Veteran’s PATH was established in 2008 by Lee Klinger Lesser and Chris Fortin, two long-time mindfulness and meditation teachers with backgrounds in western mental health, emotional intelligence and somatic healing.

The Founders:

They came together to share a mutual concern about what was happening to returning veterans from Iraq and Afghanistan. As mothers of children the same age as current returning veterans, and as people who lived during the Vietnam era and watched what happened to returning veterans then, and the suffering that has continued over decades, they wanted to contribute to a more welcoming and productive transition from the military into civilian life.

Lee and Chris sought to adapt mindfulness and meditation – which has been scientifically shown to reduce stress, anxiety, depression, insomnia, substance abuse and other conditions – to the unique needs of the veteran community, to meet the obvious gap in mental health and life skills programming for veterans returning home to civilian life.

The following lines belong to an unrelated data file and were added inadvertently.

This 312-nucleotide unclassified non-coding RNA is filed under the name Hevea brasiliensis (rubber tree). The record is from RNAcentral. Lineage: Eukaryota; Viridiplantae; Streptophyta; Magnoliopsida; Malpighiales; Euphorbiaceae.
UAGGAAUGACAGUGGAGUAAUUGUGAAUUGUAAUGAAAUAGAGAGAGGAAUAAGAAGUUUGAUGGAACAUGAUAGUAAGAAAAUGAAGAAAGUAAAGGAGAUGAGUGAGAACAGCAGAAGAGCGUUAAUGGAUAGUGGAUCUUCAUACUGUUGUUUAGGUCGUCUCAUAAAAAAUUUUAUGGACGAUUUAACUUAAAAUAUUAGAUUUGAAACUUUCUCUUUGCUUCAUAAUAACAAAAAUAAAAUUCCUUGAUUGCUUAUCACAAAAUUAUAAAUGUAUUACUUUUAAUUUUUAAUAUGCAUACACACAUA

From Fiscal Sponsorship to 501c3

The San Francisco Zen Center (SFZC) – one of the largest, oldest and most respected meditation centers in North America – enthusiastically backed the project and became Veteran’s PATH’s fiscal sponsor in 2010 and remained in that role until we received our IRS Determination Letter as a non-profit organization effective July 1st, 2015. We remain very grateful for their support. Our tax-id number is 47-4428490. You can view or download a copy of our IRS Determination Letter here.

Programs Offered

Since 2008, the events have grown from one U.S. Marine veteran at our very first event to an average of 20 per event, with waiting lists for all of the annual River Rafting Trips and Women’s Retreats. We now offer a menu of one-day events, 5-day retreats, 9-week Anchor Programs, Alumni Retreats and Veteran Leadership Programs that began in California and are expanding to Tennessee in 2017. Check out the Programs page for more about each of these programs.


Name Change

When we first began our name was Honoring the Path of the Warrior (HPW). This was a long name that even many veterans didn’t remember. Our goal is to make this effective programming available throughout the country, so we decided we should have a name that people could connect with and remember. We reached out to all of our stakeholders: veterans, donors, facilitators and came up with our new name that represents the heart of what we do: